Look at portfolios of all PLM vendors and you will see “cloud” tag everywhere. I’d say, for the moment, all PLM vendors are “cloud” buzzword compliant. The definition can vary from cloud-ready to true cloud and everything in between. At the same time, analyst companies such as CIMdata mentioned in their researches that adoption of cloud PLM is slower then expected.
According to Mr. Stan Przybylinski, CIMdata’s Vice President of Research, “Cloud-based solutions are a fact of life in many other enterprise software domains, but adoption in the PLM market has been spotty. Helping to better understand why is one of the main goals for this research. This will also be the first step in documenting how and why industrial companies are moving their core product and process development work to cloud-based solutions.”
Last week I blogged about PLM and cloud infrastructure wars. The situation with cloud infrastructure reminded me the status quo of RDBMS back 1990s… Back in these days, PDM systems stopped using proprietary data management solutions and supported one or more databases. The same thing is happening with cloud now – every (cloud) PLM solution will have to use some cloud infrastructure and DIY cloud techniques won’t work. But the question – what is the right one and how it will impact your business is hard to answer.
One topic that I missed in my story about cloud infrastructure was about PaaS. What is the role of pure PaaS cloud players such as Salesforce.com and few others? Can it be leveraged by PLM vendors? Few years ago, I wrote an article – Why Salesforce.com is a good platform for PLM… or may be not? I have to say that I still have mixed feeling about this question, so I decided to check more.
I was skimming through the comments customers left about Salesforce.com App Cloud Reviews on GetApp.com. Check this out and you will find lot of interesting information. Salesforce is clearly very powerful and capable platform. I think, it is an opinion shared by most of people provided feedback there. But, as it was mention by users, it can be complex and expensive.
If Salesforce is a good cloud platform for 3rd party developers, I’d expect ERP developers to use it extensively to develop future ERP. App store search by ERP category on Salesforce.com returns 68 apps. Among them on the top Rootstock and Kenandy. Actually, these are not two companies any more. As earlier as in the beginning of this year, Rootstock acquired Kenandy. Check this article to learn more.
Salesforce.com search for PLM ended with 7 results (including Rootstock I mentioned above). It has Propel PLM on top of the list.
Propel PLM is a company with a very much similar strategy as Kenandy (and maybe Rootstock), but in PLM. It is developed entirely on Salesforce.com infrastructure. I wrote about Propel PLM earlier in my blog. Check these articles. My attention was caught by Propel PLM blog – Stop, collaborate and listen with cloud PLM. The article explains Propel PLM differentiations and advantages – cloud, flexible, collaborative, customer-oriented, modern.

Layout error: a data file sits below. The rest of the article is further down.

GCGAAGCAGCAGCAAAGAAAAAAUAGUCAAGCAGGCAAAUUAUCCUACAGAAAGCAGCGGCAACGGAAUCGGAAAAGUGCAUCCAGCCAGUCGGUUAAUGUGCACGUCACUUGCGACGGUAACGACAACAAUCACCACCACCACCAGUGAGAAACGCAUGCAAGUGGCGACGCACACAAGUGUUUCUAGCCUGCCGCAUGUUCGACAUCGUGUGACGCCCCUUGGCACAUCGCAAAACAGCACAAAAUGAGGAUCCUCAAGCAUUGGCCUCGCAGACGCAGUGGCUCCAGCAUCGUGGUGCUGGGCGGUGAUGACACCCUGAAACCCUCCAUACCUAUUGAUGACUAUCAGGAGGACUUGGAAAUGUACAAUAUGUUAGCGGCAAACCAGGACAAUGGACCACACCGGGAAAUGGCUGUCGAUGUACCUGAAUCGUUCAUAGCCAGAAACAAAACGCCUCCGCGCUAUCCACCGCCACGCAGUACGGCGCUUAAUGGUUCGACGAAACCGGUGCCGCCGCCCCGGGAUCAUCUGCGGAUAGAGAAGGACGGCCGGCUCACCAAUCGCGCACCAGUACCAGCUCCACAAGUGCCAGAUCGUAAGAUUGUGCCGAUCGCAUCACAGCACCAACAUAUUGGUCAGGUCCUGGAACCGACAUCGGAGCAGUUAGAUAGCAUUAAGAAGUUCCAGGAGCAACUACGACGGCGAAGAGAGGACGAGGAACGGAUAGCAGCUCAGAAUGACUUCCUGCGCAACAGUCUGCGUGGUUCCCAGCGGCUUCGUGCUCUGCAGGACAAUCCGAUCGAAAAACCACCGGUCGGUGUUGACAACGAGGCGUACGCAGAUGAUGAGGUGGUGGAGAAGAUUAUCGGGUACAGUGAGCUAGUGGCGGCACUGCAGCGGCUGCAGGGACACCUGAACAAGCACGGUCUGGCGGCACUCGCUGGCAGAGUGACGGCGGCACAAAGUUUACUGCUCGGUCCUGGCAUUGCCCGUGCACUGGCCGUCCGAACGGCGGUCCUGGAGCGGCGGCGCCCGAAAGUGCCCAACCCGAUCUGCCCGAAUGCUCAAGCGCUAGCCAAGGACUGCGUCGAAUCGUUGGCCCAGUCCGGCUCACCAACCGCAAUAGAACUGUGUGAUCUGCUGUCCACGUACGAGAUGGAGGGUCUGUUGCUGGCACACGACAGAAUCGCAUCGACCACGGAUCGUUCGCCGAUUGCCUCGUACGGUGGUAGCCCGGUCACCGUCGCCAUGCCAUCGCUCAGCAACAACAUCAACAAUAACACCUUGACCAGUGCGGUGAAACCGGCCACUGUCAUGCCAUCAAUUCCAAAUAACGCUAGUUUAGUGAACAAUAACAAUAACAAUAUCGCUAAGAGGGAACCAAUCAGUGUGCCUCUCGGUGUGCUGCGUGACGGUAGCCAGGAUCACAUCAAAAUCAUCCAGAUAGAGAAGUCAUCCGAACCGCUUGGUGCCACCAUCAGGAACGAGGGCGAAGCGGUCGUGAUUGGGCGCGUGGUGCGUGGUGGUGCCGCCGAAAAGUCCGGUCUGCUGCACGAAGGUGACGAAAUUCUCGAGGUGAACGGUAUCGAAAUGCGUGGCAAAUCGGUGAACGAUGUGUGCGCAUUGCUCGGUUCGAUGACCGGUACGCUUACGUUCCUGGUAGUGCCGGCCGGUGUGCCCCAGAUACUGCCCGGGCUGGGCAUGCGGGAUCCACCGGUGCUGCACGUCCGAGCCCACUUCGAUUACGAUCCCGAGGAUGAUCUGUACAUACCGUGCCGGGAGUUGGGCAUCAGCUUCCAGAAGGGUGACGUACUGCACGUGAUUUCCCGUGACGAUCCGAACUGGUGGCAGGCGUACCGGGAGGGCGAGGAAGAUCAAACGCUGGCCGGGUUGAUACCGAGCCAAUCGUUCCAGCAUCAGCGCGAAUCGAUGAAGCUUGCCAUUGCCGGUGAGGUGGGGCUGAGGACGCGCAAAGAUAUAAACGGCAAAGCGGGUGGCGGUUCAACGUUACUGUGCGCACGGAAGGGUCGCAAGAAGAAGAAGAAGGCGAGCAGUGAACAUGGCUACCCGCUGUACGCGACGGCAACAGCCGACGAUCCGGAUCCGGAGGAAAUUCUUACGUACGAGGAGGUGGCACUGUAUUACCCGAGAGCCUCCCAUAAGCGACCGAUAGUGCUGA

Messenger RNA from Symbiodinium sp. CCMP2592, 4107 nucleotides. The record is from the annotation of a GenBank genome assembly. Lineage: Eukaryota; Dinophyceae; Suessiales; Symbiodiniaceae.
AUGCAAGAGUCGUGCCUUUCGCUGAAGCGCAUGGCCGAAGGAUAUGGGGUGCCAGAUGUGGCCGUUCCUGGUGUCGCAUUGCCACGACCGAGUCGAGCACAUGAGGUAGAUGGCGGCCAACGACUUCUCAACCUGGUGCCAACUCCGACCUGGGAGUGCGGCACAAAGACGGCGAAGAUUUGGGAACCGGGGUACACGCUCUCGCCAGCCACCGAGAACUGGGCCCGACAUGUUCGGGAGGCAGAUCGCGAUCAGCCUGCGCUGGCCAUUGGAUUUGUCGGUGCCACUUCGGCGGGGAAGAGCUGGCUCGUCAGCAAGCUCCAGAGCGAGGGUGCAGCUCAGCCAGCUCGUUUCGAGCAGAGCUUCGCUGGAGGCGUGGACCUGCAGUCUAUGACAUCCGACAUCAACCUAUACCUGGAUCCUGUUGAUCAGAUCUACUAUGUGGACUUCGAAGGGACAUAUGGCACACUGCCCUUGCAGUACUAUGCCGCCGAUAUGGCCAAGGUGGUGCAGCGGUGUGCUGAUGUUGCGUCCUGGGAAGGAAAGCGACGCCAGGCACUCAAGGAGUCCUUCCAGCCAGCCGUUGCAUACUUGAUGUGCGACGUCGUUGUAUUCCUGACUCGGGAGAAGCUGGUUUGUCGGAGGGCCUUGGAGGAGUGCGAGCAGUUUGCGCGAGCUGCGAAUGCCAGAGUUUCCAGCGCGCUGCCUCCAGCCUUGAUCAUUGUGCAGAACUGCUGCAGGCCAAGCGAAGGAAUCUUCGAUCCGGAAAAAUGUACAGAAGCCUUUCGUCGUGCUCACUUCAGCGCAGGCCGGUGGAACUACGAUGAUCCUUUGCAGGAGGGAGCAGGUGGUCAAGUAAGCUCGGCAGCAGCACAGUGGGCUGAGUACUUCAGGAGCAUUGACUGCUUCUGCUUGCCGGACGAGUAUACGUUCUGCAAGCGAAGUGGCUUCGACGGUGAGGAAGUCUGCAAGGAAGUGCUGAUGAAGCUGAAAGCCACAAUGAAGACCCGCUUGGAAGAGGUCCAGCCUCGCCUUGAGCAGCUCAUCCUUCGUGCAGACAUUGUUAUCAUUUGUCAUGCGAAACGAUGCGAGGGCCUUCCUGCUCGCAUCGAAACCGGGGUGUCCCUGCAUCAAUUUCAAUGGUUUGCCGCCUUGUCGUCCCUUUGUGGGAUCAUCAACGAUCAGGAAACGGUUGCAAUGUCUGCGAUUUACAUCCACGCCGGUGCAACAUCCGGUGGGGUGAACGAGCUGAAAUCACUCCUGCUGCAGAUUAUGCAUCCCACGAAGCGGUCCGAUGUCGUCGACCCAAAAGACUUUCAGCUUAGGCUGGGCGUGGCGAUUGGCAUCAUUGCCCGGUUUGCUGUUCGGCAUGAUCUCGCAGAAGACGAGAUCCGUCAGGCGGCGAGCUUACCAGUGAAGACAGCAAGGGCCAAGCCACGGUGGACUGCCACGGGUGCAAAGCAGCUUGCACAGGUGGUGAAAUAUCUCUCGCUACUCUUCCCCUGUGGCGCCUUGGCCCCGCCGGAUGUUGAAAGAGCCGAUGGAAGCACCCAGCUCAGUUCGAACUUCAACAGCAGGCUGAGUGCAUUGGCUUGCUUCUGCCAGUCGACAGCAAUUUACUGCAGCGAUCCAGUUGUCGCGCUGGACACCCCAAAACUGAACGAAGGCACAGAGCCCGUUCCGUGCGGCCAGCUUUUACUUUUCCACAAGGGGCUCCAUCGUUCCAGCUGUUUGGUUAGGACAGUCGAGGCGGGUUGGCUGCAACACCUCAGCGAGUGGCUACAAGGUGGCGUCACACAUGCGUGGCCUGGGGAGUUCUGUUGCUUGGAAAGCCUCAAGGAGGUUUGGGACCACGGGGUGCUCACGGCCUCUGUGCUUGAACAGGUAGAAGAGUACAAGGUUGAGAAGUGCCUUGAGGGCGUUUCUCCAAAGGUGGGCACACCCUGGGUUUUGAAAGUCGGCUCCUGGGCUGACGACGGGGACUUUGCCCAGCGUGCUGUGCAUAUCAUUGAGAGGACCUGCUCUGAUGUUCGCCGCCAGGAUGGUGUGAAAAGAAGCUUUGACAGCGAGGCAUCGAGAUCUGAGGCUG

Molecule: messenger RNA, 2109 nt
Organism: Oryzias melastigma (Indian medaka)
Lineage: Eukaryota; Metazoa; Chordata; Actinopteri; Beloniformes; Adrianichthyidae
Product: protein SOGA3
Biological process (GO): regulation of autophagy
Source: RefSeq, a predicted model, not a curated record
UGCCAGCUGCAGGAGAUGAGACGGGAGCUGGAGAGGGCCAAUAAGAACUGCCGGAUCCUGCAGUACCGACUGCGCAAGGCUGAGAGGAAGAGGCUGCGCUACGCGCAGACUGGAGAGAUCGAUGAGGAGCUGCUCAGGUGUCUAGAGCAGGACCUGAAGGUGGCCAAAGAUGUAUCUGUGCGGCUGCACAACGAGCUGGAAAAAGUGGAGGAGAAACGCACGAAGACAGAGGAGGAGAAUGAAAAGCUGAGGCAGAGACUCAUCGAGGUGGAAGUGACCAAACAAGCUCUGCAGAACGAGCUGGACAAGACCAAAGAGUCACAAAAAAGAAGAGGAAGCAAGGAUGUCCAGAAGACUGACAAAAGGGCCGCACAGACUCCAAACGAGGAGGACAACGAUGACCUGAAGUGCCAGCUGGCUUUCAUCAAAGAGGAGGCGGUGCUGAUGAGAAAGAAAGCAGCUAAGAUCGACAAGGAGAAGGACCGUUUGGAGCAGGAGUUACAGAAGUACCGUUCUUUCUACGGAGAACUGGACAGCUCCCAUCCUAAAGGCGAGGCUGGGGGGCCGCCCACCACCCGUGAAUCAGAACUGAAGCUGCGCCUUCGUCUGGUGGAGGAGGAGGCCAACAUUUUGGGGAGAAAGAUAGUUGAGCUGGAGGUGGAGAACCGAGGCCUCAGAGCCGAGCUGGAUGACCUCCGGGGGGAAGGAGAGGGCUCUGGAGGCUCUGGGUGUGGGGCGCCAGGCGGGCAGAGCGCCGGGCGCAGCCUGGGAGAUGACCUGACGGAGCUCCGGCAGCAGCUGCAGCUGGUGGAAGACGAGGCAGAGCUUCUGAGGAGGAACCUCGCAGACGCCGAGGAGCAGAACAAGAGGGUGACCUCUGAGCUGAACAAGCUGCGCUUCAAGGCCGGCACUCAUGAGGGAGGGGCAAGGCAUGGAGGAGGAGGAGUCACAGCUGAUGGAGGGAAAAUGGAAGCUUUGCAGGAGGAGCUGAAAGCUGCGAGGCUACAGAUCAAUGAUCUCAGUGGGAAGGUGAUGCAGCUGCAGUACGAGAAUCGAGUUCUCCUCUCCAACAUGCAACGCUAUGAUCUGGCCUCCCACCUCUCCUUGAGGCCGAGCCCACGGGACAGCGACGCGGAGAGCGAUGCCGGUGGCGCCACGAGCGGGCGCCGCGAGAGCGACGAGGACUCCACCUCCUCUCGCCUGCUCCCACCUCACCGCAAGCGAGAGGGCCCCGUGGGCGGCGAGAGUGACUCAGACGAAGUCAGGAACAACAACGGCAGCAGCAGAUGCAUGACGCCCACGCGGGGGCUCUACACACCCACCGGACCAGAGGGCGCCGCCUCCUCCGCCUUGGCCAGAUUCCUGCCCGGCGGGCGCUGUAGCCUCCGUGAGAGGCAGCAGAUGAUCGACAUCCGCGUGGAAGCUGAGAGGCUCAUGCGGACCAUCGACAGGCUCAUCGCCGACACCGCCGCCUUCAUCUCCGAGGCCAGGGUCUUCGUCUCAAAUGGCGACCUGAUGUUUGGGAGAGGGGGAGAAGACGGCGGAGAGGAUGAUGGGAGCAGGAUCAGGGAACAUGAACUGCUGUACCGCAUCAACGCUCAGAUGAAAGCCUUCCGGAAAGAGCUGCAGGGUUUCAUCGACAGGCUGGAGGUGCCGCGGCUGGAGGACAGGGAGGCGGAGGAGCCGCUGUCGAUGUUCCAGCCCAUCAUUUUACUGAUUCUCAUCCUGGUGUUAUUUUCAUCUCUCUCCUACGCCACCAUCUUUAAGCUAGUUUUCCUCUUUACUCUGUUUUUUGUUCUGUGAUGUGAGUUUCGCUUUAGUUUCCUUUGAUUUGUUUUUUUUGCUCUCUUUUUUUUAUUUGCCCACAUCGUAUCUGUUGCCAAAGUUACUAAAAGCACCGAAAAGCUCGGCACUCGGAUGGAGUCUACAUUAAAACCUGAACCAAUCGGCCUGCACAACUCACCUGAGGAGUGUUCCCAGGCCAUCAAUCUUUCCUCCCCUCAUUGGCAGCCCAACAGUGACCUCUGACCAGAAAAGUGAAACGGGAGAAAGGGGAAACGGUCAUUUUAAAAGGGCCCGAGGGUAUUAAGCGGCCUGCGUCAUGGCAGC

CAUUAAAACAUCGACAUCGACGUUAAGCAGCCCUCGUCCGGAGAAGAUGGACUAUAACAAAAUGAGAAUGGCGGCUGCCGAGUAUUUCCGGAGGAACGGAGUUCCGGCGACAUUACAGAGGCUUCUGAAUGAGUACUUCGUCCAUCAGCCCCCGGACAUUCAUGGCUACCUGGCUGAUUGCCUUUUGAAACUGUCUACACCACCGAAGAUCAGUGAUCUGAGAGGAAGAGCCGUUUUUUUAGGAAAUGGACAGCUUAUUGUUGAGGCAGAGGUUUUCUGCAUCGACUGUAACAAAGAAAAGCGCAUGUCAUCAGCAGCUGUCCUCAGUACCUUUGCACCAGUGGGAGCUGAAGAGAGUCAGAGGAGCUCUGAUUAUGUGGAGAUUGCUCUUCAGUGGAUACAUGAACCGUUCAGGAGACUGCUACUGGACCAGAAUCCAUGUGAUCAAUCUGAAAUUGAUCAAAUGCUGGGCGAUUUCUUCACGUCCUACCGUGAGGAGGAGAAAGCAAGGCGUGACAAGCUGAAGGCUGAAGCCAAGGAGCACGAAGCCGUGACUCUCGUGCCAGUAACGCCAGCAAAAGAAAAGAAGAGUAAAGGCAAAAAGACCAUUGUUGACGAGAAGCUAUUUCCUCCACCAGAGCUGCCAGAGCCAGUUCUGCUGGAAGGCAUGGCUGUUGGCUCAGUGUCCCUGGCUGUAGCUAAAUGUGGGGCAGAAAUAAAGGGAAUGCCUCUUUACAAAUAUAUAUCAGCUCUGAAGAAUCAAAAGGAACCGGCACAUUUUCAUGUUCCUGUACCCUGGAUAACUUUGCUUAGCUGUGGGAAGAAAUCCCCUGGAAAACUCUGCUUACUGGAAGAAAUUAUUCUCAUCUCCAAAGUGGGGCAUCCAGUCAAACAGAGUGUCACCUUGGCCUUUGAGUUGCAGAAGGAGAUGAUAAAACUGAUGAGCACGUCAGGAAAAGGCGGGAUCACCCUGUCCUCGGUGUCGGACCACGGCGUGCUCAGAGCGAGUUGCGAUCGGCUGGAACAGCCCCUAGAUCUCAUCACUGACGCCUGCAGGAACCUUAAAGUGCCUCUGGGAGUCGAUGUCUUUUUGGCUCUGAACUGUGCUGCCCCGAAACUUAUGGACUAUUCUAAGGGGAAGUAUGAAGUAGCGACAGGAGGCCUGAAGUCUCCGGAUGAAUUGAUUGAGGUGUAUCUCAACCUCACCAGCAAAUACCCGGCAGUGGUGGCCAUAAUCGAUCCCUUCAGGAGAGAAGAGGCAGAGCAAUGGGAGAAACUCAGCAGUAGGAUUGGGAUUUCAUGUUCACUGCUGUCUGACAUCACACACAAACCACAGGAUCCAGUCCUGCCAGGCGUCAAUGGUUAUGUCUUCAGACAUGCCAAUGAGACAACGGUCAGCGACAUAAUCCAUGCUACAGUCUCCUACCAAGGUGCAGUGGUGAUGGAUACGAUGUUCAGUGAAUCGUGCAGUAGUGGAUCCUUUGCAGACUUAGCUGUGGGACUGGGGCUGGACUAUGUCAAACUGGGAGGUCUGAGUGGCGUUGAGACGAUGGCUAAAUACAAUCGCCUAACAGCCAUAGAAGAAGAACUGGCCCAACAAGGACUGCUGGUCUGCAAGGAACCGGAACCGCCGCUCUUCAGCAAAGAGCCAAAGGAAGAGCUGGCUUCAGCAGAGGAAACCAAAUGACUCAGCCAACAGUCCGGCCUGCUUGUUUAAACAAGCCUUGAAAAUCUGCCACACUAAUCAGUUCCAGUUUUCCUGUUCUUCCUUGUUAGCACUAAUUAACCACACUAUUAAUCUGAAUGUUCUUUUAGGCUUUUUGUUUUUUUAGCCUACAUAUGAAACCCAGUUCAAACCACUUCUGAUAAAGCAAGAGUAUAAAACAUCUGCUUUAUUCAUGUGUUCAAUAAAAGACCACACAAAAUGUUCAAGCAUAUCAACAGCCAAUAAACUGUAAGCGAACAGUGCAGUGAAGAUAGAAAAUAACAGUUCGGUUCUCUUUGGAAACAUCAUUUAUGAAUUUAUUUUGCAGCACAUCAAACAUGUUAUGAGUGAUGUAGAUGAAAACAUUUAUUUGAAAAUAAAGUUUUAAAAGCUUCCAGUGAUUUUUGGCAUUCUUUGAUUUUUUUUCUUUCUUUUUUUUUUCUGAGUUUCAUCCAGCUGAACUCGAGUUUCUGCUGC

I found the following one a bit unusual – PDM based PLM or PLM to manage CAD files. In general, it is not a new thing. Historically PLM came from CAD data management. But, other PLM vendors (notable – Aras) is heavily using the story of going beyond CAD file management and CAD agnostic to their advantage. Propel blog brings few examples of old CAD management based PLMs. In my view, Bom.com and MatrixOne are probably not the best examples of successful CAD based PLM packages. Agile PLM also has no roots in CAD data management.
After some thinking, I came to conclusion, Propel has one big differentiator – Salesforce.com. In my view, all other PLM vendors will happily say – cloud, modern, flexible, collaborative. But only one (Propel) will be able to say this magic thing “built on top of Salesforce.com”.
What is my conclusion? Does Salesforce.com means Propel has extra points to challenge other PLM vendors with unique cloud PLM offering? It is a good question and we don’t have an answer yet. Salesforce.com is mature cloud-based platform. But it narrows down software development options, brings additional cost and has a potential to lock-in manufacturing company into Salesforce.com. PLM implementations lifecycle is much longer than ERP and CRM and it can be a potential showstopper for ITs. On the other hand, maturity of Salesforce is an important decision factor and if company is already running on top of Salesforce will be probably a much easier decision to take. So, Propel is a good challenger in PLM world. Will Salesforce.com do a magic trick and boost Propel? It can be an exit option for venture based Propel PLM to sell to larger ERP such as Rootstock or to Salesforce.com. A trajectory of Propel PLM and other products on top of Salesforce.com is something to watch in the next few years. Just my thoughts…
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Disclaimer: I’m co-founder and CEO of OpenBOM developing cloud based bill of materials and inventory management tool for manufacturing companies, hardware startups and supply chain. My opinion can be unintentionally biased.